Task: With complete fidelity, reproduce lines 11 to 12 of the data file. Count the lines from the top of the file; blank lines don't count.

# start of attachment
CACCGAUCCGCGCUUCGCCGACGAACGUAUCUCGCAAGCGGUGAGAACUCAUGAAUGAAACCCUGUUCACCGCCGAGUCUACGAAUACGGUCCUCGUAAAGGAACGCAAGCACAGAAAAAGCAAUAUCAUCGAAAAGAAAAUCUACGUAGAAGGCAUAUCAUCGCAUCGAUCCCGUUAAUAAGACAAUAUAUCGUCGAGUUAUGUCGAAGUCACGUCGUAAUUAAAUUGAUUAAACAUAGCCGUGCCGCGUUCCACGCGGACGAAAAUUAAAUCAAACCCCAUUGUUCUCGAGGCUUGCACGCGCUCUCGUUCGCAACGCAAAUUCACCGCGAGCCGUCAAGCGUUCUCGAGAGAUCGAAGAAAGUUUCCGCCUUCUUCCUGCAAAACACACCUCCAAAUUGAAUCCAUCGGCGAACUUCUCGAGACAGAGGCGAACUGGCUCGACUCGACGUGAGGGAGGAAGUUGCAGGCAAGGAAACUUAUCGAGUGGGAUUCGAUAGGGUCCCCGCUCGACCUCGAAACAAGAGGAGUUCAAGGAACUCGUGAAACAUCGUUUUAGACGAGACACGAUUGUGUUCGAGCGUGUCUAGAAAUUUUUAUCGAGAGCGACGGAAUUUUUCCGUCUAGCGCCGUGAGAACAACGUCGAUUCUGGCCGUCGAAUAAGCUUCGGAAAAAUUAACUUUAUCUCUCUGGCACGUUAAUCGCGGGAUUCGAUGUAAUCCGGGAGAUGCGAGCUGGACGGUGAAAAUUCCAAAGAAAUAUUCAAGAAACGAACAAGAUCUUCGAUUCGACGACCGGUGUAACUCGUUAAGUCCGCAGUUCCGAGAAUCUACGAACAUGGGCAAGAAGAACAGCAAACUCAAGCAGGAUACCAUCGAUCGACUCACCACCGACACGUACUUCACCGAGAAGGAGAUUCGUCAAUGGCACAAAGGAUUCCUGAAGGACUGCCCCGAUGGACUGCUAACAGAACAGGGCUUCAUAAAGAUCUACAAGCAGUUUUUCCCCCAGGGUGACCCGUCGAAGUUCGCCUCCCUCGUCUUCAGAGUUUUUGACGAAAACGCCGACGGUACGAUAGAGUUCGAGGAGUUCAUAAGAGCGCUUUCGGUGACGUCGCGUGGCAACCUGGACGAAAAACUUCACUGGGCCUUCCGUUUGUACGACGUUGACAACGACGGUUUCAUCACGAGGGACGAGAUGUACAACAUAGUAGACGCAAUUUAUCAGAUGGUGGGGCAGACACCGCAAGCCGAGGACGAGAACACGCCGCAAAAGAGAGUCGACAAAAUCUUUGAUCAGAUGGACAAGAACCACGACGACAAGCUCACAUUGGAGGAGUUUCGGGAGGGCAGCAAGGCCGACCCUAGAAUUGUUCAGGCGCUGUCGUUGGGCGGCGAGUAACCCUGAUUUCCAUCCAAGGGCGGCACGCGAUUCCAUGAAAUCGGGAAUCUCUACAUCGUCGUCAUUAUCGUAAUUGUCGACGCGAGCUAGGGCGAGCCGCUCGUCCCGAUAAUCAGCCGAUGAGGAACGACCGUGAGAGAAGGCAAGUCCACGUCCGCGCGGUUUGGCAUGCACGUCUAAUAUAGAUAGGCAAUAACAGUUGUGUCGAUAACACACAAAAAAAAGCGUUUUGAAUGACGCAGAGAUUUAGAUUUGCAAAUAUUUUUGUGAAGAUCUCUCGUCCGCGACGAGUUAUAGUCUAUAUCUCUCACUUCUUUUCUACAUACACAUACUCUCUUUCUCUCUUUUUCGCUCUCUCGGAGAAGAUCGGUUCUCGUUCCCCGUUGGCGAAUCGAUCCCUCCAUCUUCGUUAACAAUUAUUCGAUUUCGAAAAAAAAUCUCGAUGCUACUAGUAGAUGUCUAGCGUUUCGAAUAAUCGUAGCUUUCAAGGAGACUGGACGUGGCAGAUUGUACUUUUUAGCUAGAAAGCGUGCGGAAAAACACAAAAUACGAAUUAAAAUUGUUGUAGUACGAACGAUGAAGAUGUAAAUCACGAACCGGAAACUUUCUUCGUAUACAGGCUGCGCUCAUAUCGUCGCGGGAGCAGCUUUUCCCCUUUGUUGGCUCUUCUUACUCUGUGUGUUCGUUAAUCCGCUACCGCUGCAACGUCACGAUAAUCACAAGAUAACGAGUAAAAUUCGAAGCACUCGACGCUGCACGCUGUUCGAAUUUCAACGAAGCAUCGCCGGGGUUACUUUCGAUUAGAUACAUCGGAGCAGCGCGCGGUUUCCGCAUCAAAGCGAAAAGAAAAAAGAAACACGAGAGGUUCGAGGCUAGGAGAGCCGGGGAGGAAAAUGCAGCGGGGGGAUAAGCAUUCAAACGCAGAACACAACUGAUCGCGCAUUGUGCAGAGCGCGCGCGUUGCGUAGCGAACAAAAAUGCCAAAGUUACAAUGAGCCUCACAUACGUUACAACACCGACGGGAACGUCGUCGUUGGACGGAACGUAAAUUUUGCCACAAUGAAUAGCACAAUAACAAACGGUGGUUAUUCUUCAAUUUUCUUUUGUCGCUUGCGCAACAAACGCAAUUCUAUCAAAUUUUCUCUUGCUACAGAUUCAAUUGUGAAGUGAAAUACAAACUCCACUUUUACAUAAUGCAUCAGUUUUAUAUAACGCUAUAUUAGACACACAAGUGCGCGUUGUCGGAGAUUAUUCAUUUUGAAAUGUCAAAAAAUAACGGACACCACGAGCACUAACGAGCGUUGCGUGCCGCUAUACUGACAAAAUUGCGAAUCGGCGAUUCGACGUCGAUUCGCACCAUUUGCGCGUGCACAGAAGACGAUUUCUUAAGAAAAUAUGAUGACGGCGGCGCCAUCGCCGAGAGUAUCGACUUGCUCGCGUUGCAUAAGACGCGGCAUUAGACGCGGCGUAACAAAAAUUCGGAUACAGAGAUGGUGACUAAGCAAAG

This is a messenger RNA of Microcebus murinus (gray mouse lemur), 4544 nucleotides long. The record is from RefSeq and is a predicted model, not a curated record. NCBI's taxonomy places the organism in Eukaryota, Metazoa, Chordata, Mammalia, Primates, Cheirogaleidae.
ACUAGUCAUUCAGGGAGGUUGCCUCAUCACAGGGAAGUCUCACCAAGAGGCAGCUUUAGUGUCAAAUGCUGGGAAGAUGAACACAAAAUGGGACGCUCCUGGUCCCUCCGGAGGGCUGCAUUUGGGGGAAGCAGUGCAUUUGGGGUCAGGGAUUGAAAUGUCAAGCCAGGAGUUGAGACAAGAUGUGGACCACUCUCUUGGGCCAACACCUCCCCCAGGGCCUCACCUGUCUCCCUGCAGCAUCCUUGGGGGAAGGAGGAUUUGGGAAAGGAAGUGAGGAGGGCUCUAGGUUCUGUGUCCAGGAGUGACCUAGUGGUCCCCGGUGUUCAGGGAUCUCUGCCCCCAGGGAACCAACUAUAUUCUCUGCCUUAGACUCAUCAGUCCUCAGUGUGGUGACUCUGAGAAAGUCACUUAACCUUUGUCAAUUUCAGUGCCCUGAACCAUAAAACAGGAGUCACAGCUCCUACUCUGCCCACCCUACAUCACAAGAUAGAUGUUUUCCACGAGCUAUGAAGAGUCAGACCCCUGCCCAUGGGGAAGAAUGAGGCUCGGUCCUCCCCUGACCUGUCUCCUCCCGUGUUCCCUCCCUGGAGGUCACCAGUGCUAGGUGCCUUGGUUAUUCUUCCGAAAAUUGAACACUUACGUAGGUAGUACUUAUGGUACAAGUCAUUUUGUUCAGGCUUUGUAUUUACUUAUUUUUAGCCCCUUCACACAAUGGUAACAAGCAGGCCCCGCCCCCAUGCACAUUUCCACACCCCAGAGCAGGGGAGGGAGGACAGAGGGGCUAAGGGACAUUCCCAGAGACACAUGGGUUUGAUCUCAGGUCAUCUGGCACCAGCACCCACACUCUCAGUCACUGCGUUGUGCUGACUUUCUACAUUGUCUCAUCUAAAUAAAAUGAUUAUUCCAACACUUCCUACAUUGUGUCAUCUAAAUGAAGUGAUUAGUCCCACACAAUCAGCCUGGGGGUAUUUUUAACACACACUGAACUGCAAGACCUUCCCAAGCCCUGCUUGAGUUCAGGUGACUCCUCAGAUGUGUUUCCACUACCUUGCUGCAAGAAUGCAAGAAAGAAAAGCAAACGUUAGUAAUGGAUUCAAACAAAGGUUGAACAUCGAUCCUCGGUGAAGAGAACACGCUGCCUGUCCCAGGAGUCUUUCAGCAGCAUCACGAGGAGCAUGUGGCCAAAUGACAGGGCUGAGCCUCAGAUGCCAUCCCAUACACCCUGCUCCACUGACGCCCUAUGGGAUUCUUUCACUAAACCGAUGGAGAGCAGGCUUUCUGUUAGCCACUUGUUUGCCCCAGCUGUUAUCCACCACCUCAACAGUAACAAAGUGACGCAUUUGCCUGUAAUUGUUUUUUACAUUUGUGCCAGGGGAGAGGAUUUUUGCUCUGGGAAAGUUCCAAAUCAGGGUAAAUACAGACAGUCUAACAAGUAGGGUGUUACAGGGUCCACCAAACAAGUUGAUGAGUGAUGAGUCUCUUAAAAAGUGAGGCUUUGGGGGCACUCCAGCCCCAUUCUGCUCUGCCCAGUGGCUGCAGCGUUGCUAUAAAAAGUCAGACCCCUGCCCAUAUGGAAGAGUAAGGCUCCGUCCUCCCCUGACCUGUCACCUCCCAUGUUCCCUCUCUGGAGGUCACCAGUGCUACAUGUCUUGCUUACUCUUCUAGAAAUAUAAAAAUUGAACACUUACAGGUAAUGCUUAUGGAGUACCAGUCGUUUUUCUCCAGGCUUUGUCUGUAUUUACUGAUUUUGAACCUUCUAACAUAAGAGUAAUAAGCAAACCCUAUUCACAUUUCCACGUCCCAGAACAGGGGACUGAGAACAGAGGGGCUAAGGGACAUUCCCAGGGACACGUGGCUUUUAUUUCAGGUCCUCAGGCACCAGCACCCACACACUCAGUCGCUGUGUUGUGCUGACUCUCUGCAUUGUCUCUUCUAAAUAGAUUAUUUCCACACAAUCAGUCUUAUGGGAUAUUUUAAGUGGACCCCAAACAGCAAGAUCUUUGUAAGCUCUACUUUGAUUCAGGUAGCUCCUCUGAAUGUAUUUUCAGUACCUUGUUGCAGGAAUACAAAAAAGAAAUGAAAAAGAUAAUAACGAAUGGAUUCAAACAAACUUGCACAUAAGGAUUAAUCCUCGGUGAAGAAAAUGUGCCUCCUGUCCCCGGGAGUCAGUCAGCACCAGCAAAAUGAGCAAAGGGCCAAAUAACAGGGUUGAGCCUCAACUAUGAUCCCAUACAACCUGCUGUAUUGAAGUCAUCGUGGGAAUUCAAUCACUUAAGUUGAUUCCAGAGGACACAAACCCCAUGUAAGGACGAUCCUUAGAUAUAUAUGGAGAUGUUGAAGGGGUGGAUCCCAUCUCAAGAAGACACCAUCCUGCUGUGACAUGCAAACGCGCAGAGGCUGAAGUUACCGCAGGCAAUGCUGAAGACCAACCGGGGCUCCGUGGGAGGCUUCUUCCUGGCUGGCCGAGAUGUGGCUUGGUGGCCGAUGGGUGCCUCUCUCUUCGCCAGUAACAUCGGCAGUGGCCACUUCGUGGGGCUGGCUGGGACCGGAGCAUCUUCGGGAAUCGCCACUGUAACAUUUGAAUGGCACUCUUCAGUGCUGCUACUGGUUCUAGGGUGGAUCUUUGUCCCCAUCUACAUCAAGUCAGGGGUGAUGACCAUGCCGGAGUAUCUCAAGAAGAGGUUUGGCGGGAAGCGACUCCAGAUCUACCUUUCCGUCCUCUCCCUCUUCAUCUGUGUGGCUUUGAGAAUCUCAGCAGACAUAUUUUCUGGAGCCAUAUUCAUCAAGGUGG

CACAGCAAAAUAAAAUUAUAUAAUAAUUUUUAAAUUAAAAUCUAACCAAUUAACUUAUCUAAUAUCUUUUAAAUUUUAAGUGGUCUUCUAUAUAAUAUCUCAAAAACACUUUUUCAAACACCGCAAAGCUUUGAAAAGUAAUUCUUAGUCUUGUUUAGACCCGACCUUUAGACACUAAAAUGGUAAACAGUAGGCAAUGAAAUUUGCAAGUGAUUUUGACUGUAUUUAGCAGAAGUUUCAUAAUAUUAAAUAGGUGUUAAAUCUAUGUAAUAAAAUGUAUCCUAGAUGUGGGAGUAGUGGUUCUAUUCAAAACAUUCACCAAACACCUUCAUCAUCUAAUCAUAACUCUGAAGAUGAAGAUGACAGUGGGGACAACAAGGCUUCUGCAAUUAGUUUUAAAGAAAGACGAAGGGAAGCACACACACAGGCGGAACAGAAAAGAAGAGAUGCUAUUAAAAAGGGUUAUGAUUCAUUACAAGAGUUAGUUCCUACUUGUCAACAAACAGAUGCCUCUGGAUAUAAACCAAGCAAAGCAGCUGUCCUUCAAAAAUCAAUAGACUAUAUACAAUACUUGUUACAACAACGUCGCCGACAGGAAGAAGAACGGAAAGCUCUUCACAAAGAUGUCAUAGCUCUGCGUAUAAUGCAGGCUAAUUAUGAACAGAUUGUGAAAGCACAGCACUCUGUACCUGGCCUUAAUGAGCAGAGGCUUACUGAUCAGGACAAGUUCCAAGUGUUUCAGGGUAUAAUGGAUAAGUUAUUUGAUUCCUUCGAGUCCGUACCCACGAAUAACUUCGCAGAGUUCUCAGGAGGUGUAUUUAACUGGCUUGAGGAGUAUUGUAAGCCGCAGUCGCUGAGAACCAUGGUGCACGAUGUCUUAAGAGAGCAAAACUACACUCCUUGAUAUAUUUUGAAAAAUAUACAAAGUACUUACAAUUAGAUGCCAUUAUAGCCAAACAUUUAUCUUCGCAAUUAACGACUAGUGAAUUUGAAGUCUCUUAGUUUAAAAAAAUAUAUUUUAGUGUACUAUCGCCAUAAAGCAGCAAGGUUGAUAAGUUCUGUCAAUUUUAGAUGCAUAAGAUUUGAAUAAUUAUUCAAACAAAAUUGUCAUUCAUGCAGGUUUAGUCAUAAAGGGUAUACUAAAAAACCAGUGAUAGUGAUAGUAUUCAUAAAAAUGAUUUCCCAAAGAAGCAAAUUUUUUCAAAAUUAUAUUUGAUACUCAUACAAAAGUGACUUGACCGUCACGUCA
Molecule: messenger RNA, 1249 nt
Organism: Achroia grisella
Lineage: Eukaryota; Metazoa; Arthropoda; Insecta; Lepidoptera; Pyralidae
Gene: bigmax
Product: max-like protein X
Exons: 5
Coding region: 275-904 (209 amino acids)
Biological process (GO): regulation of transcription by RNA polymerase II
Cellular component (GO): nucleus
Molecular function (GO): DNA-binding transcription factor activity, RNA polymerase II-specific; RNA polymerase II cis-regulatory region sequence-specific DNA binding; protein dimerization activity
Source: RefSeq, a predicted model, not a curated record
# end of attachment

Coding region: 275-904 (209 amino acids)
Biological process (GO): regulation of transcription by RNA polymerase II